Derek Winnert

Mad Max: Fury Road **** (2015, Tom Hardy, Charlize Theron, Nicholas Hoult) – Movie Review


The explosive Fury Road is spectacularly fast and furious, with a quirky set of ideas and some of the screen’s most astonishing visuals.

Imperator Furiosa: ‘You never gonna have a better chance.’ Max Rockatansky: ‘At what?’ Imperator Furiosa: ‘Redemption.’

Legendary film-maker George Miller grabs a rare opportunity to revisit the scene of his Mad Max trilogy triumphs (1979 -85) with this explosive fourth movie. It does what its says on the tin – it’s fast and furious, spectacularly fast and furious, with a quirky set of ideas and some of the screen’s most astonishing visuals.


Incredibly visceral, head-bangingly loud, totally in-your-face and with its hell-bent pace unrelenting, Mad Max relies entirely on its stunning visuals, nightmarish dystopian vision, weird characters and its heart-pounding violent action for its hard-to-the-gut impact. The dialogue is spare to the point of non-existence and so is the plot.


There is however a set-up – a blistering one – which gives Miller the chance to turn the whole darned thing into one long, incredible, breathless road chase, a death race on Fury Road. To be fair, there is a slight pause in the middle, when Max and co decide not to flee but turn round and attack the attackers and get chased to the death again. And off they go…


However the lack of lines does give 38-year-old English actor Tom Hardy some obvious difficulties in establishing his authority and character over the anti-hero Mad Max. When he finally reveals to the anti-heroine Furiosa (Charlize Theron) ‘I’m Max’, he has to say it a couple of times as though he isn’t quite sure. Some audience members will want to shout back at the screen ‘Oh, no, you’re not, Mel Gibson is!’

Nevertheless, Hardy is grim-faced and efficient in the incredible action, acting mostly with the creases in his forehead. Maybe he doesn’t quite make the role his own, but he is a formidable physical presence.


Hugh Keays-Byrne,  who was in the original Mad Max as Toecutter, is outstanding as warlord Immortan Joe, the inbred monster who rules an evil society inside a mountain stronghold. His one-armed lieutenant Furiosa stages a revolt and drives off with his prized concubines, hotly pursued by Joe and co, a barmy army hell suicidally bent more on killing than getting the concubines back.

Furiosa encounters Max, but, after a little rumble, they realise they’re on the same side. Max wants to take her along for the ride to find water, but she insists on the concubines coming along too.


Though way too English, Nicholas Hoult‘s semi-naked, mascaraed Nux is quite a lot of fun, as is world strongman Nathan Jones as Rictus Erectus, John Howard as The People Eater and Josh Helman as Slit. And I’d not be doing my duty if I didn’t also mention Zoë Kravitz, Rosie Huntington-Whiteley, Riley Keough, Abbey Lee and Courtney Eaton as a particularly fine bunch of concubines. Well chosen, Miller!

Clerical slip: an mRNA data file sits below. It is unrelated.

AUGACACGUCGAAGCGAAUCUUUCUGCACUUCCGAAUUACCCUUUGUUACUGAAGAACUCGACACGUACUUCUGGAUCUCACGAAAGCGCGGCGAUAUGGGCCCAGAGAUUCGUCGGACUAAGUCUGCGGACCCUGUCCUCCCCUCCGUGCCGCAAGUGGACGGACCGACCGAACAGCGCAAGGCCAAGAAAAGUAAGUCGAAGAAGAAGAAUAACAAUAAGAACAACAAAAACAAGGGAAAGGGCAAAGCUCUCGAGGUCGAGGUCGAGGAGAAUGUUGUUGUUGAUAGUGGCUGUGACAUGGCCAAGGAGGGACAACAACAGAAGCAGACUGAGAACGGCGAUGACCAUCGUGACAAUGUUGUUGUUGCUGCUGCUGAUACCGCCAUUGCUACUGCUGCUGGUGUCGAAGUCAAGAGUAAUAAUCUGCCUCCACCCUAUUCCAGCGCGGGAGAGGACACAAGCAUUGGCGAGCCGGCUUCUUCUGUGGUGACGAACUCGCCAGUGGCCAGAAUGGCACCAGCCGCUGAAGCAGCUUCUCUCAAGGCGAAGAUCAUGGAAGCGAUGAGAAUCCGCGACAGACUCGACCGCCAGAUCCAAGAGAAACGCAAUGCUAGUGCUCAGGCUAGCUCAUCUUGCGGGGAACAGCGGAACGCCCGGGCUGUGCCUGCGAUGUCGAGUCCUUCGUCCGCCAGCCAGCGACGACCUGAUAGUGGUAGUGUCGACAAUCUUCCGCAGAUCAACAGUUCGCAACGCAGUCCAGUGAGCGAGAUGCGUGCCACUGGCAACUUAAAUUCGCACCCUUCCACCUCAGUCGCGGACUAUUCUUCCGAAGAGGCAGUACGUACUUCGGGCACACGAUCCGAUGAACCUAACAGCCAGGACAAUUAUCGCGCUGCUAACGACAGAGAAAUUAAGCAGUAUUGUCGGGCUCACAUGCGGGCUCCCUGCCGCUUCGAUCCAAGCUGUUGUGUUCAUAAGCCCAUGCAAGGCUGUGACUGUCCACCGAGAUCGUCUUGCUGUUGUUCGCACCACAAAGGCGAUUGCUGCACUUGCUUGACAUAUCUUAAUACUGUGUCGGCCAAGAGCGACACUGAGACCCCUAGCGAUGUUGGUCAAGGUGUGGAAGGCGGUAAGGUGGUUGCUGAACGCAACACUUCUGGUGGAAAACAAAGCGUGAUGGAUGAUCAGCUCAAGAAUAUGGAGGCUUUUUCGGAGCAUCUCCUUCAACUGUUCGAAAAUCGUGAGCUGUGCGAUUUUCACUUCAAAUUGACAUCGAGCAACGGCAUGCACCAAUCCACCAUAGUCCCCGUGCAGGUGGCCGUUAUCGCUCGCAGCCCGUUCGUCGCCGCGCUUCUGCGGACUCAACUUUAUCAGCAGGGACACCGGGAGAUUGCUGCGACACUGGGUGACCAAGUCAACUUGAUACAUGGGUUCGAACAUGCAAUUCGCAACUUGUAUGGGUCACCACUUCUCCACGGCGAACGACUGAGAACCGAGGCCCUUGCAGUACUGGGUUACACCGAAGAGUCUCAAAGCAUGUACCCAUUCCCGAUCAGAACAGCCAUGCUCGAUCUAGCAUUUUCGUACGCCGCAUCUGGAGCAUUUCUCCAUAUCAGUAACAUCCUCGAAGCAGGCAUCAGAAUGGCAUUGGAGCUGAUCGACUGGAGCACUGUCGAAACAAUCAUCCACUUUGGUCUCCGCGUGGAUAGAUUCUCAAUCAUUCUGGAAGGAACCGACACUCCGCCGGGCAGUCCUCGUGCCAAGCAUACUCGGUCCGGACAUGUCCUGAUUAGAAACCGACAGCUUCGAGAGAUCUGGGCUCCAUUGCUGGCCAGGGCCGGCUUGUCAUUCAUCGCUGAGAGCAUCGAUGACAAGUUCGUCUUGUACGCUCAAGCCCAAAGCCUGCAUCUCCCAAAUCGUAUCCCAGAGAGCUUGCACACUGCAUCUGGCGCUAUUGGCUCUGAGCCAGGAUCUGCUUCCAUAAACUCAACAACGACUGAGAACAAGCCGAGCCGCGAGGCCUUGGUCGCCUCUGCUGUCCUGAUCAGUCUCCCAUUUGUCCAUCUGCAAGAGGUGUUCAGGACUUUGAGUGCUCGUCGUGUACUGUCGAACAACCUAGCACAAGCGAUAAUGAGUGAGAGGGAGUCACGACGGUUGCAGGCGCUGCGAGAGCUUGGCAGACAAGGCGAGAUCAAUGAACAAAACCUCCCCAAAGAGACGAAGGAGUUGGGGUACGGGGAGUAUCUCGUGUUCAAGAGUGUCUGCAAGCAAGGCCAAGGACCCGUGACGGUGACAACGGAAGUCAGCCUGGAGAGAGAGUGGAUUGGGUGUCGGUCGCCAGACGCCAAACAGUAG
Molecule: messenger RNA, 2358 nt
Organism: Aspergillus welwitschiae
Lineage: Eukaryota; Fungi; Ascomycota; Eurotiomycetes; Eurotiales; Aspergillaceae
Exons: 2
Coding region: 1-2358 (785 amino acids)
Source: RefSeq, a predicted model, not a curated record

But it’s the amazing Theron who is undoubtedly the hit turn of the movie, outshining everyone. (Admittedly she gets more dialogue than Hardy, and it’s mostly pretty good stuff). Theron’s quite one scary woman! They should have called the movie Furious Furiosa.

The woman next to me at the press screening asked if the movie was likely to be very violent. I said: ‘It’s mad Max!’ She said she’d come because her office crowd said it was an adventure movie. I said she could always shut her eyes or leave if she had to. She left after 20 minutes.


The two women left next to me started screaming with sustained peals of hysterical laughter at the character who hangs off a huge juggernaut with giant speaker stacks blasting deafening rock riffs. Max hits him, grabs his guitar to hit someone else, then the guy grabs his guitar back and carries on playing. This might be the only funny moment in the entire grim, perhaps over-serious movie, but it is hilarious.


Most of all, I like the idea that Fury Road is a one-person idea and vision brought to the screen on a big-studio mega blockbuster budget of $100,000,000. No committee or Hollywood boardroom could have come up with a movie as rich and strange as this. Well done, Miller! You’ve stayed true to yourself and the wayward spirit of the Seventies.


Josh Helman as Slit.

It was filmed on Namib Desert, Namibia, with studio work at the Cape Town Film Studios in South Africa and the Fox Studios in Sydney, Australia. It’s a visual effects, special effects and stunts bonanza, providing endless work for thousands of people. There’s a little too much CGI of course, well far too much to be honest, but it’s all brilliantly skilfully done.

Mad Max: Fury Road scored 10 nominations at the 2016 Oscars but The Revenant led the race with 12 nominations. On 28 February 2016, Mad Max was the night’s big winner with six Oscars: Best Achievement in Film Editing (Margaret Sixel), Costume Design (Jenny Beavan), Makeup and Hairstyling, Sound Mixing, Sound Editing and Production Design (Colin Gibson for production design, Lisa Thompson for set decoration) .


It is London-born Jenny Beavan’s second Oscar, after her shared one 30 years earlier for A Room with a View (1985).

© Derek Winnert 2015 Movie Review

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Nathan Jones as Rictus Erectus.


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